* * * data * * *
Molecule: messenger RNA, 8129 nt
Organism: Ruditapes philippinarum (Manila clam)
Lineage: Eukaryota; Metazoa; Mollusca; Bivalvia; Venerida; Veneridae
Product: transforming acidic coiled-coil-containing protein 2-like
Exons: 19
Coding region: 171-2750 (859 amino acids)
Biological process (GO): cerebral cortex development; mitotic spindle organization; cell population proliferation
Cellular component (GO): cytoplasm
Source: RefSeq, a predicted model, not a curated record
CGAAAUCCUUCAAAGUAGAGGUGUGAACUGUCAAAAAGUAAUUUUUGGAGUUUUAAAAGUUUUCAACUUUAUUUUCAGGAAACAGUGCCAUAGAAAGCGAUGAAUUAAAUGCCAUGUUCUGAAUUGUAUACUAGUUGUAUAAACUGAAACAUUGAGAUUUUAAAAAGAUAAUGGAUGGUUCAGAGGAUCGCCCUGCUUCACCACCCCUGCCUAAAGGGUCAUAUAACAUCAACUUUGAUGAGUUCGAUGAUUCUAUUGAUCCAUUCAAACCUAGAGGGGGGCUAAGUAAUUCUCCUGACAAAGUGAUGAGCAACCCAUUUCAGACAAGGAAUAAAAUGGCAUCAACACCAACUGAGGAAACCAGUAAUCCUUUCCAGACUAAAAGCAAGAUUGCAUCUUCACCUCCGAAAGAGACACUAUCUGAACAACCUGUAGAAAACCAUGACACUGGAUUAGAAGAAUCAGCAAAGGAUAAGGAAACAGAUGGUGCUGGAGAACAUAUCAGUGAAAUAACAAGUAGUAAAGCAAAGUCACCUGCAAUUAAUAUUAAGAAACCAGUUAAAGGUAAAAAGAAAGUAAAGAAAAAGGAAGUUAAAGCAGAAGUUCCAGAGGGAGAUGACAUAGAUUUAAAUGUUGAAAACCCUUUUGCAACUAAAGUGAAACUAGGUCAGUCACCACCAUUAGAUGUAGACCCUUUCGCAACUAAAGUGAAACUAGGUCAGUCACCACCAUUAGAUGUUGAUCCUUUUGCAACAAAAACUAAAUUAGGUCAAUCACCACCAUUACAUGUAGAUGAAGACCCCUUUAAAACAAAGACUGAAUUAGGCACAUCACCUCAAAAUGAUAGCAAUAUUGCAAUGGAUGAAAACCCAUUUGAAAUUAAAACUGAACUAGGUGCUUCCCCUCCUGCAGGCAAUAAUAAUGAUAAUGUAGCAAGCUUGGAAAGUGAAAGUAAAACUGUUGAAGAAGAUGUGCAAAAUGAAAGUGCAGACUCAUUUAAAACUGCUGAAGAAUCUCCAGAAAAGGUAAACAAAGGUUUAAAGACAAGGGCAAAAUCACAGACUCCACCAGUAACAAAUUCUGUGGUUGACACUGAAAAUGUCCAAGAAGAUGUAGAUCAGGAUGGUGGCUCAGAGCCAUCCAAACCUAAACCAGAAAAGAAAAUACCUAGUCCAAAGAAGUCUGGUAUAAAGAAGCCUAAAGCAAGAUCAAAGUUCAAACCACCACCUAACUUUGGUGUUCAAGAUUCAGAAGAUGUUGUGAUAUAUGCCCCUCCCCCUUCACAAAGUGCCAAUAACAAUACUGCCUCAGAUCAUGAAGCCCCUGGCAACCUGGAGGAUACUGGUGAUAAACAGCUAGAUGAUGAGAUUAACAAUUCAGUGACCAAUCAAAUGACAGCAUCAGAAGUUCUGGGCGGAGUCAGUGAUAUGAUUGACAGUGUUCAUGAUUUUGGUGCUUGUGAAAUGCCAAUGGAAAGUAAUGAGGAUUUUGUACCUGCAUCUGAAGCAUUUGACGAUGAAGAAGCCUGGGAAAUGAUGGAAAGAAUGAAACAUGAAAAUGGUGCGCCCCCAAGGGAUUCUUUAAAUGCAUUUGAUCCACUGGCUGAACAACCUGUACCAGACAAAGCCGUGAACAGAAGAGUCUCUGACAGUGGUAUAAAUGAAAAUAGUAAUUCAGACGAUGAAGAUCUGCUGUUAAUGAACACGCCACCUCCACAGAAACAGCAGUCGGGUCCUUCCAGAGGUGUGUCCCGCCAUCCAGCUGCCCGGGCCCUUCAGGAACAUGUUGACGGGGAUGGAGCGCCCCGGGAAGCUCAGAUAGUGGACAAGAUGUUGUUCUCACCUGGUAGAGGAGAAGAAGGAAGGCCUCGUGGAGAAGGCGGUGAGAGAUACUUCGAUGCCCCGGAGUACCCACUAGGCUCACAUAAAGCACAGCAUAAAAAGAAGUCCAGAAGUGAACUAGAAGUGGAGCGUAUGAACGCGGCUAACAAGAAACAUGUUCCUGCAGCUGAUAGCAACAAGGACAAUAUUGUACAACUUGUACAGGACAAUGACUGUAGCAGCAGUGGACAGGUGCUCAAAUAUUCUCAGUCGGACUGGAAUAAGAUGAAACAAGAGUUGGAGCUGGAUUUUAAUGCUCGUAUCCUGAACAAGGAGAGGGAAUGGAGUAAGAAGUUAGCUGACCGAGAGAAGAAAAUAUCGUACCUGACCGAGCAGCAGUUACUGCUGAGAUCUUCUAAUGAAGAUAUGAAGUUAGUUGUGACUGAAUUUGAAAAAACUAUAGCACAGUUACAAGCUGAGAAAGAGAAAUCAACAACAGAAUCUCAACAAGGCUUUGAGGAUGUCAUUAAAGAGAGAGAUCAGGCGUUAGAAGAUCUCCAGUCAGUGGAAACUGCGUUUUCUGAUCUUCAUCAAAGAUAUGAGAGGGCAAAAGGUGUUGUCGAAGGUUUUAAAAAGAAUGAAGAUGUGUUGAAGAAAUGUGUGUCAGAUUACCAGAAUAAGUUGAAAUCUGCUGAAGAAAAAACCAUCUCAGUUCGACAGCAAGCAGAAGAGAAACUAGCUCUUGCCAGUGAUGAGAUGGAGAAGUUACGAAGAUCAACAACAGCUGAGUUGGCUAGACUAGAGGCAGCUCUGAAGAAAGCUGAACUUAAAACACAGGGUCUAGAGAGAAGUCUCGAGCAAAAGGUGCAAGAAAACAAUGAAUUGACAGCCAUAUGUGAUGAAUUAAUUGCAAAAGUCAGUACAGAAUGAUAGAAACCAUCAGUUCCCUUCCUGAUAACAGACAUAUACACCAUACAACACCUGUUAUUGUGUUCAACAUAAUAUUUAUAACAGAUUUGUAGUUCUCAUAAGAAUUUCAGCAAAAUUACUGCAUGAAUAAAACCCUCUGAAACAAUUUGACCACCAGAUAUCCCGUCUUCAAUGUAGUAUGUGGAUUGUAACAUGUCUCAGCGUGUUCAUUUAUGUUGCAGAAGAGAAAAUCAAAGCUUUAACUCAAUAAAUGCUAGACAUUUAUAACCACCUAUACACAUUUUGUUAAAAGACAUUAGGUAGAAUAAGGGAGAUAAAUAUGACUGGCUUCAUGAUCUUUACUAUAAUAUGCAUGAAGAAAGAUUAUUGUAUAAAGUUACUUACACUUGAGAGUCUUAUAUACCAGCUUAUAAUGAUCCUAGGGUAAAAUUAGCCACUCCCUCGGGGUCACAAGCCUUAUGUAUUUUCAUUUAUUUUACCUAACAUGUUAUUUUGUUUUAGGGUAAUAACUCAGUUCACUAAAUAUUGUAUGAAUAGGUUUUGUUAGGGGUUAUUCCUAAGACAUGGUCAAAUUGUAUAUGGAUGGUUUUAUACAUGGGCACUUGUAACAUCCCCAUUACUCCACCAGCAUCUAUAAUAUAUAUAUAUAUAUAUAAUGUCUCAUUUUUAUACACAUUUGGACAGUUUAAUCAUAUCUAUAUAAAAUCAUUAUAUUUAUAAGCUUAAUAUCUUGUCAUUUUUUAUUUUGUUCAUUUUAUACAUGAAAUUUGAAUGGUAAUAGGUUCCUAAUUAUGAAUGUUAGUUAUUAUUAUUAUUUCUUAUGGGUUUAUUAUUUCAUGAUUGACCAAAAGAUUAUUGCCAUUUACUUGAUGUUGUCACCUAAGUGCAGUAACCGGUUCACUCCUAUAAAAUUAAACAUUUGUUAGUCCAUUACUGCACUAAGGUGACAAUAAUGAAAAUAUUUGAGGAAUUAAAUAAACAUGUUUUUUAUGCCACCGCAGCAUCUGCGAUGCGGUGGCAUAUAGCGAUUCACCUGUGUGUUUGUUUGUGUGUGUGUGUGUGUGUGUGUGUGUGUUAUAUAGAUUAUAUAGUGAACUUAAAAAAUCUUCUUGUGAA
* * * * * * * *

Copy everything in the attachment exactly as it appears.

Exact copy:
Molecule: messenger RNA, 8129 nt
Organism: Ruditapes philippinarum (Manila clam)
Lineage: Eukaryota; Metazoa; Mollusca; Bivalvia; Venerida; Veneridae
Product: transforming acidic coiled-coil-containing protein 2-like
Exons: 19
Coding region: 171-2750 (859 amino acids)
Biological process (GO): cerebral cortex development; mitotic spindle organization; cell population proliferation
Cellular component (GO): cytoplasm
Source: RefSeq, a predicted model, not a curated record
CGAAAUCCUUCAAAGUAGAGGUGUGAACUGUCAAAAAGUAAUUUUUGGAGUUUUAAAAGUUUUCAACUUUAUUUUCAGGAAACAGUGCCAUAGAAAGCGAUGAAUUAAAUGCCAUGUUCUGAAUUGUAUACUAGUUGUAUAAACUGAAACAUUGAGAUUUUAAAAAGAUAAUGGAUGGUUCAGAGGAUCGCCCUGCUUCACCACCCCUGCCUAAAGGGUCAUAUAACAUCAACUUUGAUGAGUUCGAUGAUUCUAUUGAUCCAUUCAAACCUAGAGGGGGGCUAAGUAAUUCUCCUGACAAAGUGAUGAGCAACCCAUUUCAGACAAGGAAUAAAAUGGCAUCAACACCAACUGAGGAAACCAGUAAUCCUUUCCAGACUAAAAGCAAGAUUGCAUCUUCACCUCCGAAAGAGACACUAUCUGAACAACCUGUAGAAAACCAUGACACUGGAUUAGAAGAAUCAGCAAAGGAUAAGGAAACAGAUGGUGCUGGAGAACAUAUCAGUGAAAUAACAAGUAGUAAAGCAAAGUCACCUGCAAUUAAUAUUAAGAAACCAGUUAAAGGUAAAAAGAAAGUAAAGAAAAAGGAAGUUAAAGCAGAAGUUCCAGAGGGAGAUGACAUAGAUUUAAAUGUUGAAAACCCUUUUGCAACUAAAGUGAAACUAGGUCAGUCACCACCAUUAGAUGUAGACCCUUUCGCAACUAAAGUGAAACUAGGUCAGUCACCACCAUUAGAUGUUGAUCCUUUUGCAACAAAAACUAAAUUAGGUCAAUCACCACCAUUACAUGUAGAUGAAGACCCCUUUAAAACAAAGACUGAAUUAGGCACAUCACCUCAAAAUGAUAGCAAUAUUGCAAUGGAUGAAAACCCAUUUGAAAUUAAAACUGAACUAGGUGCUUCCCCUCCUGCAGGCAAUAAUAAUGAUAAUGUAGCAAGCUUGGAAAGUGAAAGUAAAACUGUUGAAGAAGAUGUGCAAAAUGAAAGUGCAGACUCAUUUAAAACUGCUGAAGAAUCUCCAGAAAAGGUAAACAAAGGUUUAAAGACAAGGGCAAAAUCACAGACUCCACCAGUAACAAAUUCUGUGGUUGACACUGAAAAUGUCCAAGAAGAUGUAGAUCAGGAUGGUGGCUCAGAGCCAUCCAAACCUAAACCAGAAAAGAAAAUACCUAGUCCAAAGAAGUCUGGUAUAAAGAAGCCUAAAGCAAGAUCAAAGUUCAAACCACCACCUAACUUUGGUGUUCAAGAUUCAGAAGAUGUUGUGAUAUAUGCCCCUCCCCCUUCACAAAGUGCCAAUAACAAUACUGCCUCAGAUCAUGAAGCCCCUGGCAACCUGGAGGAUACUGGUGAUAAACAGCUAGAUGAUGAGAUUAACAAUUCAGUGACCAAUCAAAUGACAGCAUCAGAAGUUCUGGGCGGAGUCAGUGAUAUGAUUGACAGUGUUCAUGAUUUUGGUGCUUGUGAAAUGCCAAUGGAAAGUAAUGAGGAUUUUGUACCUGCAUCUGAAGCAUUUGACGAUGAAGAAGCCUGGGAAAUGAUGGAAAGAAUGAAACAUGAAAAUGGUGCGCCCCCAAGGGAUUCUUUAAAUGCAUUUGAUCCACUGGCUGAACAACCUGUACCAGACAAAGCCGUGAACAGAAGAGUCUCUGACAGUGGUAUAAAUGAAAAUAGUAAUUCAGACGAUGAAGAUCUGCUGUUAAUGAACACGCCACCUCCACAGAAACAGCAGUCGGGUCCUUCCAGAGGUGUGUCCCGCCAUCCAGCUGCCCGGGCCCUUCAGGAACAUGUUGACGGGGAUGGAGCGCCCCGGGAAGCUCAGAUAGUGGACAAGAUGUUGUUCUCACCUGGUAGAGGAGAAGAAGGAAGGCCUCGUGGAGAAGGCGGUGAGAGAUACUUCGAUGCCCCGGAGUACCCACUAGGCUCACAUAAAGCACAGCAUAAAAAGAAGUCCAGAAGUGAACUAGAAGUGGAGCGUAUGAACGCGGCUAACAAGAAACAUGUUCCUGCAGCUGAUAGCAACAAGGACAAUAUUGUACAACUUGUACAGGACAAUGACUGUAGCAGCAGUGGACAGGUGCUCAAAUAUUCUCAGUCGGACUGGAAUAAGAUGAAACAAGAGUUGGAGCUGGAUUUUAAUGCUCGUAUCCUGAACAAGGAGAGGGAAUGGAGUAAGAAGUUAGCUGACCGAGAGAAGAAAAUAUCGUACCUGACCGAGCAGCAGUUACUGCUGAGAUCUUCUAAUGAAGAUAUGAAGUUAGUUGUGACUGAAUUUGAAAAAACUAUAGCACAGUUACAAGCUGAGAAAGAGAAAUCAACAACAGAAUCUCAACAAGGCUUUGAGGAUGUCAUUAAAGAGAGAGAUCAGGCGUUAGAAGAUCUCCAGUCAGUGGAAACUGCGUUUUCUGAUCUUCAUCAAAGAUAUGAGAGGGCAAAAGGUGUUGUCGAAGGUUUUAAAAAGAAUGAAGAUGUGUUGAAGAAAUGUGUGUCAGAUUACCAGAAUAAGUUGAAAUCUGCUGAAGAAAAAACCAUCUCAGUUCGACAGCAAGCAGAAGAGAAACUAGCUCUUGCCAGUGAUGAGAUGGAGAAGUUACGAAGAUCAACAACAGCUGAGUUGGCUAGACUAGAGGCAGCUCUGAAGAAAGCUGAACUUAAAACACAGGGUCUAGAGAGAAGUCUCGAGCAAAAGGUGCAAGAAAACAAUGAAUUGACAGCCAUAUGUGAUGAAUUAAUUGCAAAAGUCAGUACAGAAUGAUAGAAACCAUCAGUUCCCUUCCUGAUAACAGACAUAUACACCAUACAACACCUGUUAUUGUGUUCAACAUAAUAUUUAUAACAGAUUUGUAGUUCUCAUAAGAAUUUCAGCAAAAUUACUGCAUGAAUAAAACCCUCUGAAACAAUUUGACCACCAGAUAUCCCGUCUUCAAUGUAGUAUGUGGAUUGUAACAUGUCUCAGCGUGUUCAUUUAUGUUGCAGAAGAGAAAAUCAAAGCUUUAACUCAAUAAAUGCUAGACAUUUAUAACCACCUAUACACAUUUUGUUAAAAGACAUUAGGUAGAAUAAGGGAGAUAAAUAUGACUGGCUUCAUGAUCUUUACUAUAAUAUGCAUGAAGAAAGAUUAUUGUAUAAAGUUACUUACACUUGAGAGUCUUAUAUACCAGCUUAUAAUGAUCCUAGGGUAAAAUUAGCCACUCCCUCGGGGUCACAAGCCUUAUGUAUUUUCAUUUAUUUUACCUAACAUGUUAUUUUGUUUUAGGGUAAUAACUCAGUUCACUAAAUAUUGUAUGAAUAGGUUUUGUUAGGGGUUAUUCCUAAGACAUGGUCAAAUUGUAUAUGGAUGGUUUUAUACAUGGGCACUUGUAACAUCCCCAUUACUCCACCAGCAUCUAUAAUAUAUAUAUAUAUAUAUAAUGUCUCAUUUUUAUACACAUUUGGACAGUUUAAUCAUAUCUAUAUAAAAUCAUUAUAUUUAUAAGCUUAAUAUCUUGUCAUUUUUUAUUUUGUUCAUUUUAUACAUGAAAUUUGAAUGGUAAUAGGUUCCUAAUUAUGAAUGUUAGUUAUUAUUAUUAUUUCUUAUGGGUUUAUUAUUUCAUGAUUGACCAAAAGAUUAUUGCCAUUUACUUGAUGUUGUCACCUAAGUGCAGUAACCGGUUCACUCCUAUAAAAUUAAACAUUUGUUAGUCCAUUACUGCACUAAGGUGACAAUAAUGAAAAUAUUUGAGGAAUUAAAUAAACAUGUUUUUUAUGCCACCGCAGCAUCUGCGAUGCGGUGGCAUAUAGCGAUUCACCUGUGUGUUUGUUUGUGUGUGUGUGUGUGUGUGUGUGUGUGUUAUAUAGAUUAUAUAGUGAACUUAAAAAAUCUUCUUGUGAA